This article is part of my series 'Poker Culture, Strategy & Commentary'.
Sure, you can learn the math, and you may understand loads poker theory. You may even have the discipline to make all the right moves at the table according to your book knowledge. But if you're relying solely on a math-based strategical paradigm, you'll be missing out on a potential fortune.
The play of many loose, bad poker players out there doesn't always make sense, and it's sometimes hard to put them on a hand. While a solid math-based strategy may suggest that you should be more inclined to keep a pot small against them and that you should often keep them honest, a good read or physical 'tell' on your opponent may suggest a better, completely opposite line of betting.
Scanning for tells at the table should be a natural act, like breathing, and you should be religiously doing it while you're playing poker. If you aren't keeping focused at the table and paying good attention to the other players at the table, i.e. watching their hands as they bet, and their faces as they react to the turning of a card, then you're missing one of the fundamental aspects of profitable play. Tells are everywhere and the first step to understanding what they mean is to notice them in the first place. So now that we've covered the importance of keeping a lookout for tells, let's move on to interpretation.
Weak when strong, strong when weak
Groundbreaking work in the world of poker authorship and reading tells was done by the legendary draw poker player, Mike Caro. He was the first man to put to paper a concise collection of tells and explain what each of them meant. His book, Caro's Book Of Tells, is a classic. The basic theory of the book suggests that bad poker players will usually act weak when they are strong and strong when they are weak. The reason for this is simple, they are afraid that the other players can see right through them. As a reaction to the basic fear of being easily readable, the bad or tilted player will all too often throw the limp curveball of acting opposite to the strength of their hand. It's surprising how reliable tells like these can be, even in fairly big games, once you've learned to look for the subtleties and variations of the 'strong when weak' concept.
So, the next time you see a frustrated player across the table slamming his chips into the pot with excessive force, you know there's a better than average chance that he/she is bluffing. And when someone softly and carefully places their bet into the middle, now you know what they are trying to do. They don't want to be responsible for scaring you out of the pot. They have a really good hand, but they want to make it seem like they aren't too sure, like they aren't too confident, and that you should probably pay them off. Stop paying off bets like these!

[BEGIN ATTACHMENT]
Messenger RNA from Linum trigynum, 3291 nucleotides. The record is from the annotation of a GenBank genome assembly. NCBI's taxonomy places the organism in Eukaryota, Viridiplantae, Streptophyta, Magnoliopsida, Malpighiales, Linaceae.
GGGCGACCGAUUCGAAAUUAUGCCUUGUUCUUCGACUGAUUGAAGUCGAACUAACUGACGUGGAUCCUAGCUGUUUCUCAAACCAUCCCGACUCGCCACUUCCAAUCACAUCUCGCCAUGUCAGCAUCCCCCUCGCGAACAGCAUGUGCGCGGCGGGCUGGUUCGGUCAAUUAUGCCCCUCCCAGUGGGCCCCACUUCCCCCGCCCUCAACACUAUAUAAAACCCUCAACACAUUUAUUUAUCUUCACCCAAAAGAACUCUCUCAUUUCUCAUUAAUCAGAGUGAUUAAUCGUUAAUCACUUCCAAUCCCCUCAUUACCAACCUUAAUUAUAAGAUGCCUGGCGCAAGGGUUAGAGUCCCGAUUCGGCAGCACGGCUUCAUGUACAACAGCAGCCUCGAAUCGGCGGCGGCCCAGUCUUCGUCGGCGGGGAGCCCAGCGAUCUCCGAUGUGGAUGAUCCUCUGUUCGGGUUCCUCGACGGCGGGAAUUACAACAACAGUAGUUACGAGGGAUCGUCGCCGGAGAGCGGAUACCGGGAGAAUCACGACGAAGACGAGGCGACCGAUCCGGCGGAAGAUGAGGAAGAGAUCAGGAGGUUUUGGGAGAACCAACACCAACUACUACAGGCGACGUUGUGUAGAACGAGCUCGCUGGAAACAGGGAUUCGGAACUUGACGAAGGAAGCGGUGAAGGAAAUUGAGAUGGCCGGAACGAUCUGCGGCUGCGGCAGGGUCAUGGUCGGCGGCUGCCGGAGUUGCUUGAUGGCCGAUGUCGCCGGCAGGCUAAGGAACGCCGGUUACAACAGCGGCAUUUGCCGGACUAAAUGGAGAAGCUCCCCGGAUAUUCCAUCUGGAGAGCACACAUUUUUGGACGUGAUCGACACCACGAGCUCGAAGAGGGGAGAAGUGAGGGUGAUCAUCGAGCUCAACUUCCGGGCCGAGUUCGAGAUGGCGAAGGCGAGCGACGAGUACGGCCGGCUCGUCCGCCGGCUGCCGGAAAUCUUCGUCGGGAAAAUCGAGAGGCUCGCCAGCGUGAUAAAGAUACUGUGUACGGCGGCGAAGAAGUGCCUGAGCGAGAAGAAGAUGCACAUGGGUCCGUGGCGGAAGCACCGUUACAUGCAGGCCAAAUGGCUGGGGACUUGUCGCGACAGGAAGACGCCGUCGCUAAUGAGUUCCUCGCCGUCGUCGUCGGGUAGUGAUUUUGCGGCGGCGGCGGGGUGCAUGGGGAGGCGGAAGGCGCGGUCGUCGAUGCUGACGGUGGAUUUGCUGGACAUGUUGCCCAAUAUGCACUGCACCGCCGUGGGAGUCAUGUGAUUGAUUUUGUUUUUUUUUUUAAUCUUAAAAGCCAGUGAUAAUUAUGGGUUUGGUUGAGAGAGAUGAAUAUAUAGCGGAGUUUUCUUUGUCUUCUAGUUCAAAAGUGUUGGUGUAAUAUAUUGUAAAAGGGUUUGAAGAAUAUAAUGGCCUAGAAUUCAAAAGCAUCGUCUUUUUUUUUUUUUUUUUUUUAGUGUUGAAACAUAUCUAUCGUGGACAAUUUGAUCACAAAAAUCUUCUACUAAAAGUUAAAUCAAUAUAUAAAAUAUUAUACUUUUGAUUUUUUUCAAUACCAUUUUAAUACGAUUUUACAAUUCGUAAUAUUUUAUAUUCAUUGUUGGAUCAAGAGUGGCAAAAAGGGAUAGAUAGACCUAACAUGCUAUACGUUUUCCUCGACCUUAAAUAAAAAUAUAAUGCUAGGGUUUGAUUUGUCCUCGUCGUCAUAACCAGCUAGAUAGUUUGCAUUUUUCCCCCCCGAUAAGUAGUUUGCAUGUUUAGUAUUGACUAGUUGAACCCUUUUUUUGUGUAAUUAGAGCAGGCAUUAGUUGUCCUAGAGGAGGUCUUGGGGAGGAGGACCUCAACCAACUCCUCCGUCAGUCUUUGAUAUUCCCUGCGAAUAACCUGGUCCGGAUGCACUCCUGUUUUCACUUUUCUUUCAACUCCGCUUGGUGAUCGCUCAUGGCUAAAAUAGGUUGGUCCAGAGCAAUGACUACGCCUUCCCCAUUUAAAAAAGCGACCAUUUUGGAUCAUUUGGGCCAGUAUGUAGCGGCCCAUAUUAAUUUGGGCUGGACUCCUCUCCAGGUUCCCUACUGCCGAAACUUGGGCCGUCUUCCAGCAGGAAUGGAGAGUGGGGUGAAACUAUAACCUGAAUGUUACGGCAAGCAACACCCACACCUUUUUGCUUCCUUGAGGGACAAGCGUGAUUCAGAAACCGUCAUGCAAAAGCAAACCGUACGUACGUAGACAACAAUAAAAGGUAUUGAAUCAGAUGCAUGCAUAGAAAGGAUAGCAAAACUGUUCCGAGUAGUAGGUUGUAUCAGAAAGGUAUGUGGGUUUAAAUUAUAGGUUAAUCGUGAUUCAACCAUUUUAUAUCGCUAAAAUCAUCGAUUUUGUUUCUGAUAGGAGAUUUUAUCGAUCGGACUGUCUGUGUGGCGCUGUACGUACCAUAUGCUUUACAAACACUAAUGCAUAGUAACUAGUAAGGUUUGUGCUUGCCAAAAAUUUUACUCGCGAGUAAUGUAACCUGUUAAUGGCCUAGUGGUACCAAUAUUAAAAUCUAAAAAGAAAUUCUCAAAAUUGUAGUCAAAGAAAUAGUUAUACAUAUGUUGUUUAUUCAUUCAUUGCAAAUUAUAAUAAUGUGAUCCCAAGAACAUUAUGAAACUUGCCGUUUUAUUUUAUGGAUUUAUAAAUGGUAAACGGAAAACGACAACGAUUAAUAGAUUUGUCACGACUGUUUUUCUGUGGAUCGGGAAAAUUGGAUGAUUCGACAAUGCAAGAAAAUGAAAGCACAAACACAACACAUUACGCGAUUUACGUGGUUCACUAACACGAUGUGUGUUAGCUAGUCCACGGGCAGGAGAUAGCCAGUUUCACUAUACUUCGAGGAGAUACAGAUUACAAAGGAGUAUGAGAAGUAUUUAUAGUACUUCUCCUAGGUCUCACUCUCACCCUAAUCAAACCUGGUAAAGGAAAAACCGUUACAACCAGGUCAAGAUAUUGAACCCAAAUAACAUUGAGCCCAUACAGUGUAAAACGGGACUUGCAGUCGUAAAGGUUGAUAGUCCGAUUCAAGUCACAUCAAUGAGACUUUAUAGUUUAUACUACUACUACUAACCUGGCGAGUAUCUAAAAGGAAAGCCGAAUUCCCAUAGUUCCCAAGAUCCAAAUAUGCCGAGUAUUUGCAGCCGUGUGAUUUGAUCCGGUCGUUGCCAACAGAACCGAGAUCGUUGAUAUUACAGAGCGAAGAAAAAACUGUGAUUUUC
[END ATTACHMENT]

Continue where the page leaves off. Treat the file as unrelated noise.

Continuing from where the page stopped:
Fight or flight
There's another, deeper way to analyze the psychology of tells; you could think of it simply as 'fight or flight'. Phil Helmuth and Joe Navarro covered it extensively in their book entitled 'Phil Hellmuth Presents Read 'Em and Reap: A Career FBI Agent's Guide to Decoding Poker Tells'. The central notion is that our limbic brains have deeply routed responses that only highly skilled poker players can tune out. When our ancestors in the primeval jungles and savannahs encountered danger, as they must have rather regularly in the age of sabertooth tigers, they had to choose whether to flee or stand their ground risking a confrontation. There are physically evident remnants of fight or flight responses that can be observed at the poker table, and they're the most reliable tells, because they're the most deeply rooted in the brain. In other words, they're mainly subconscious and therefore totally earnest.
A flight response shows weakness. It's anything that shows a player would rather leave than stay at the table and play the hand. Backing away from the table, looking away, turning the body slightly away, and perhaps the most reliable of all, positioning the feet and legs in a 'runner's' start position, are all reliable flight responses. It may be hard to see your opponents legs and feet, but it's possible if they are sitting beside you. Now that you understand the fundamental concept behind flight tells, I'm sure you'll catch many variations of them in your poker game.
A fight response represents strength. Dilating pupils, an inward motion with the turn of a card, a glance down at his or her chips before looking straight ahead etc. . . these are all examples of reliable tells that indicate that the player has a good hand and is ready to stand their ground. There may be times when you also have a good hand and will still be compelled to bet in the face of such obvious strength. But one thing is for sure, if you don't have a hand, it's time to demonstrate the ultimate flight response tell yourself, and fold.